View Full Version : bgl file structure - help needed
I'm new to this forum and hope that this is the right place to get in depth information about the bgl file structure.
My question concerns the 'Airport-subsection' - page 5 in Winfrieds great documentation 'FS X BGL File structure' which I downloaded from this website.
a) Can anyone explain me how the ICAO codes are stored. Although I read the explanation within the document on page 2, I can't figure out how to proceed.
i.e. (DWORD) '02 DC 62 81' means PAPO (how is this coded?)
b) datatype 'float': where is this datatype described?
i.e. (DWORD) '43 AC 00 00' means MagVar -16 (how is this coded?)
thank you all in advance for helping me
26 Apr 2007, 14:22
Actually Winfried explains it pretty well. It is not that easy as the format is packed. Here is my documentation on the subject and it is really much the same.
ICAO Identifiers and Region Codes
are coded in a special format. Each number and letter has a
value from 0 .. 37:
digits 0 .. 9 02 .. 11
letters A .. Z 12 .. 37
The code is calculated by starting from left: the value of the first digit/letter is multiplied by 38, then the value of the next digit/letter to the right is added, the sum s multiplied by 38, and as long as there are more digits/letters this process is repeated. When the last letter/number is added do NOT multiply by 38!!!.
The region codes have only 2 digits/letters and the result is used as such; for the ICAO identifiers for airports, ILS, VOR, NDB and waypoints there are up to 5 digits/letters, and the result is shifted left by 5 positions, i.e. multiplied by 0x20. Bits 0 .. 4 of the resulting DWORD are frequently used for other purposes. The ICAO identifiers for primary and secondary ILS in a runway record are not shifted.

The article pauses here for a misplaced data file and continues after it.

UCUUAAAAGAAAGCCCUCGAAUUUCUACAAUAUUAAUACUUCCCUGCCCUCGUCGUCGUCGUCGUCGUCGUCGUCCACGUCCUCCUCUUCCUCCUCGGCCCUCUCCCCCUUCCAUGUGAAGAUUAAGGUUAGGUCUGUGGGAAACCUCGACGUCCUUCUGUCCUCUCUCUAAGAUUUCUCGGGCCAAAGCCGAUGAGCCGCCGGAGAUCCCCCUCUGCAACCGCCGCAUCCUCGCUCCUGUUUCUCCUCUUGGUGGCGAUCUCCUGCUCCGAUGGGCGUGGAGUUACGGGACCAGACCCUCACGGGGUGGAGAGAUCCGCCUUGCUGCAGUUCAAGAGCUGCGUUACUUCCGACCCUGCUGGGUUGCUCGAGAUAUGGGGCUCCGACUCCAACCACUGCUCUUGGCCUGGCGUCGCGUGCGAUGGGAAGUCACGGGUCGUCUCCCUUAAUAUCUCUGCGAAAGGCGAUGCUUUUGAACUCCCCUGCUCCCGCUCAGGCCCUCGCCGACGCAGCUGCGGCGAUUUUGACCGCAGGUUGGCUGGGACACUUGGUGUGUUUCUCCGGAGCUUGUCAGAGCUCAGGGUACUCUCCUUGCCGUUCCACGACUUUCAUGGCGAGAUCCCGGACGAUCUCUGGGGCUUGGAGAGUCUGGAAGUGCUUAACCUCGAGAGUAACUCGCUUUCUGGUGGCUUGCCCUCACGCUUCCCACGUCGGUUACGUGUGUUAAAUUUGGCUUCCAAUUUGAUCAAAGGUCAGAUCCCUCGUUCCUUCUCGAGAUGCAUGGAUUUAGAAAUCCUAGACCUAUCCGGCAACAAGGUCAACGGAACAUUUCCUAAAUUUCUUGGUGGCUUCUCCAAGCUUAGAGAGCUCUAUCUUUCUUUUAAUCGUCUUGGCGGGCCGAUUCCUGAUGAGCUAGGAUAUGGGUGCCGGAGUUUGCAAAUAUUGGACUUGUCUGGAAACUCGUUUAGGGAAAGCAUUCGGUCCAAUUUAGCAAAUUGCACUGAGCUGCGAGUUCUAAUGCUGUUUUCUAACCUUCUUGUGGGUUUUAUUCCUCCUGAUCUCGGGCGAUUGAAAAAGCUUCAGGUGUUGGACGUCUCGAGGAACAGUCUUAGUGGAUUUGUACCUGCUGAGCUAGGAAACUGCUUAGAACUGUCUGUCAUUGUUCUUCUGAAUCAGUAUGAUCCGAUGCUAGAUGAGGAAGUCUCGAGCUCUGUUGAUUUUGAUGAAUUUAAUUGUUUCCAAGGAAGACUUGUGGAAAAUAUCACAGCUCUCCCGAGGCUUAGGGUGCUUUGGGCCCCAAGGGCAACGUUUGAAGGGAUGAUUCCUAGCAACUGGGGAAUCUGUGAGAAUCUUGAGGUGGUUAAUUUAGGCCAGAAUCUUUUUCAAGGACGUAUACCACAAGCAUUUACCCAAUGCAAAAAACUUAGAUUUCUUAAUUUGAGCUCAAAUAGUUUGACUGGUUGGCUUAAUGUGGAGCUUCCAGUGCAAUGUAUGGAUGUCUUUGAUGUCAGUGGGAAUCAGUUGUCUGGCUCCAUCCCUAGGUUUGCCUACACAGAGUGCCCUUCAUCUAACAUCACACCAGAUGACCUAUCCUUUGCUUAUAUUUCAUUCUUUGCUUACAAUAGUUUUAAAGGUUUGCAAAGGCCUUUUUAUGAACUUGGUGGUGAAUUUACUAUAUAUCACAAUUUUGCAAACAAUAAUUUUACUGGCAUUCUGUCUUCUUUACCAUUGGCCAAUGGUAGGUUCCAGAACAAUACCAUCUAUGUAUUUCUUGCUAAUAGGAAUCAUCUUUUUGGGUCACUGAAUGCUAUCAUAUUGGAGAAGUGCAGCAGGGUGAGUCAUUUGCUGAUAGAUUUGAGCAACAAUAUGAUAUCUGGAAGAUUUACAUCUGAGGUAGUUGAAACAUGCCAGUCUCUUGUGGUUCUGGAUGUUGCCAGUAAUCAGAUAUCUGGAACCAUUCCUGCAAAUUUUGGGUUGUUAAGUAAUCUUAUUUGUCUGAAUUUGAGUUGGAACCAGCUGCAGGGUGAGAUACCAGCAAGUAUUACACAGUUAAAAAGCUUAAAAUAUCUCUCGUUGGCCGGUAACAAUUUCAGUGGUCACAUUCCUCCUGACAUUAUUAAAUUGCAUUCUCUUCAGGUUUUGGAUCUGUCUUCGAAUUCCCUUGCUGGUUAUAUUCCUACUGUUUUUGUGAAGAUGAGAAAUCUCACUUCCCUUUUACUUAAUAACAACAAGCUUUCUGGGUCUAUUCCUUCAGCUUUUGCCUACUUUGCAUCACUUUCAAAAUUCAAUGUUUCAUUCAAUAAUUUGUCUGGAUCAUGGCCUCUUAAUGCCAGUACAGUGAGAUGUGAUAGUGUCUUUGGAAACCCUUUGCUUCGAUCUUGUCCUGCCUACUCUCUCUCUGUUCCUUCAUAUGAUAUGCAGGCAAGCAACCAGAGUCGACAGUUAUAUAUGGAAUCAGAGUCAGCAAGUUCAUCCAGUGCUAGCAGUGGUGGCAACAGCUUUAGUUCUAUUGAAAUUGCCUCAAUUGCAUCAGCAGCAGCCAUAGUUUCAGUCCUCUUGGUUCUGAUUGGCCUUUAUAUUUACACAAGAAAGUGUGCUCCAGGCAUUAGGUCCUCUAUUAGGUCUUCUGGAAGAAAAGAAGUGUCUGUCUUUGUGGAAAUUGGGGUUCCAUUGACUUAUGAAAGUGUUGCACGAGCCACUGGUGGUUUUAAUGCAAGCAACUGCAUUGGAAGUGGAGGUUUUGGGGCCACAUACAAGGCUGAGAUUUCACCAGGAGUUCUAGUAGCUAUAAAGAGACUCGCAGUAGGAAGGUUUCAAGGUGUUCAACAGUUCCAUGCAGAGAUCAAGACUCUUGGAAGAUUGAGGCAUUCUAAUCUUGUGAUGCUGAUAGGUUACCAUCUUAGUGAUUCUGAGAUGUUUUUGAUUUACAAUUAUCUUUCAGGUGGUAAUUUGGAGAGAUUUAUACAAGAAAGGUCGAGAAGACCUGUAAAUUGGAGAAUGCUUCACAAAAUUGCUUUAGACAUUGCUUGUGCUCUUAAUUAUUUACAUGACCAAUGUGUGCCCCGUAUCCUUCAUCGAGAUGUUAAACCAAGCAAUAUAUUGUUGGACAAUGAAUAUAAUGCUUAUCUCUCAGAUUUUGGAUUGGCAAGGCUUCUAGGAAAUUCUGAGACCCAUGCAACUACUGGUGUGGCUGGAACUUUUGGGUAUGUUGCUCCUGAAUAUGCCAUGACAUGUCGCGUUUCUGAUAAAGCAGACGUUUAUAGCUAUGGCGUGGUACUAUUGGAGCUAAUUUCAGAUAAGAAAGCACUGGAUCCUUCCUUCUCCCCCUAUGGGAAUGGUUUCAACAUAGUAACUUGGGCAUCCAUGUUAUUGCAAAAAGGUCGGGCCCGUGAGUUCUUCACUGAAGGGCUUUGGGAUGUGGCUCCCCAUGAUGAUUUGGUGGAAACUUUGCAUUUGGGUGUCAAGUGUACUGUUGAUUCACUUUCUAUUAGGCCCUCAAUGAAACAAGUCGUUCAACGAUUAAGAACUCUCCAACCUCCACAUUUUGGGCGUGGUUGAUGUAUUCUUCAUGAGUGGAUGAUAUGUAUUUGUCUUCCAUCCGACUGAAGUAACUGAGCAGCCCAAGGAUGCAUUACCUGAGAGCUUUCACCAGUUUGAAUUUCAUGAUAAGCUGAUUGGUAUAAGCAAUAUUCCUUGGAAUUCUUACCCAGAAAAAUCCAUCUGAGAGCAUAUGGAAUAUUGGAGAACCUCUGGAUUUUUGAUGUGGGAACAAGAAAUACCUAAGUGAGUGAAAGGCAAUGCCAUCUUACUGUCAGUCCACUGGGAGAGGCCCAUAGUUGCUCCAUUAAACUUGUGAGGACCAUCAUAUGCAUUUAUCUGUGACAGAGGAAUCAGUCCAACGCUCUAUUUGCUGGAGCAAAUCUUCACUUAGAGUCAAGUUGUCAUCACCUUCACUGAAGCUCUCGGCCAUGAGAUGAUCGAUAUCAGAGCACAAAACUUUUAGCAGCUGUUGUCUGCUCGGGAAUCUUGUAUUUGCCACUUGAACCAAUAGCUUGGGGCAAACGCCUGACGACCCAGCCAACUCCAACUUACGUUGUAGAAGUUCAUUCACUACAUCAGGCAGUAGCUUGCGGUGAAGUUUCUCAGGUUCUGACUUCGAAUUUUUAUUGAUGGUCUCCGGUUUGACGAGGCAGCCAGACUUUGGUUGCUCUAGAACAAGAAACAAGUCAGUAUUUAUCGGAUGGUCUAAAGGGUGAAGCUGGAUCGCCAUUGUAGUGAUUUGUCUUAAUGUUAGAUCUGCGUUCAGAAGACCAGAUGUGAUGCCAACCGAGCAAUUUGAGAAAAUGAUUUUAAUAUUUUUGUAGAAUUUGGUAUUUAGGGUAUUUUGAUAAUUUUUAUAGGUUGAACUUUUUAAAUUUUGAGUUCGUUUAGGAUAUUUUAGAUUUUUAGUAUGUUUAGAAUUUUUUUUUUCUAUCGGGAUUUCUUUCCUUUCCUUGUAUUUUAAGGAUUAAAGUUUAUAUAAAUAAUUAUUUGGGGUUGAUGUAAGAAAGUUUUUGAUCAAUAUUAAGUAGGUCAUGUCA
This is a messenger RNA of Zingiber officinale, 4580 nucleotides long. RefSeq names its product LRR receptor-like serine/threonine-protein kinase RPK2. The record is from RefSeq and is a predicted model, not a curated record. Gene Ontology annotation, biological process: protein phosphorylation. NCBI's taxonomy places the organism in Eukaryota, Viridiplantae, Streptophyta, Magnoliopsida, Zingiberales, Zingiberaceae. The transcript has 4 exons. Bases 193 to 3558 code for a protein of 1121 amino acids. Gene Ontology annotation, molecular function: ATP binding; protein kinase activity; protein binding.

I have found:
ICAO Idents are shifted
VOR/ILS Idents are shifted
Region Idents are not shifted
Airport Idents related to ILS are not shifted
Can I ask are you planning to write a de-compiler? If so there are a couple already available but if you want to write you own then I have the coded algorithms for this in SDE - these are in C# but easy enough to change to another language.
A Float is a four byte floating point number in most programming languages. In some cases this is called a single - but what it means is that the four bytes is to be treated as a floating point number. Otherwise it is going to be an integer (DWORD). Depending on the programming language you plan to use you will need to translate these into the appropriate types. Winfried is basically giving C/C++ types.
Thanks Jon for your quick response.
you're right, I'm planning to program a de-compiler. As I figured out all of these compilers that I found for free are generating XML-Files. I would like to have the data in a database, that's the reason why I want to program it by myself.
Of course there are some strange things in this bgl-files and if you are willing to give me some code snippets this would be helpful anyway. I'm also programming with C# (VS2005) so it shouldn't be a problem to read your code :)
27 Apr 2007, 13:18
SDE can provide the Bgl contents in format other than XML. If you want the information in a database then you might want to consider using the SDE Engine library. I will make that available to developers. SDE generates a tree like structure of objects that contains all the information extracted from the Bgl file. Also have you considered generating your database from the XML - there are certainly a lot of XML based databases about now so it should not be too difficult.
PM me if you would be interested in using the SDE Engine - give me some idea of what application you are planning would also be a help. On the other hand if you enjoy the propect of writing a de-compiler (it is not too easy :) ) then let me know
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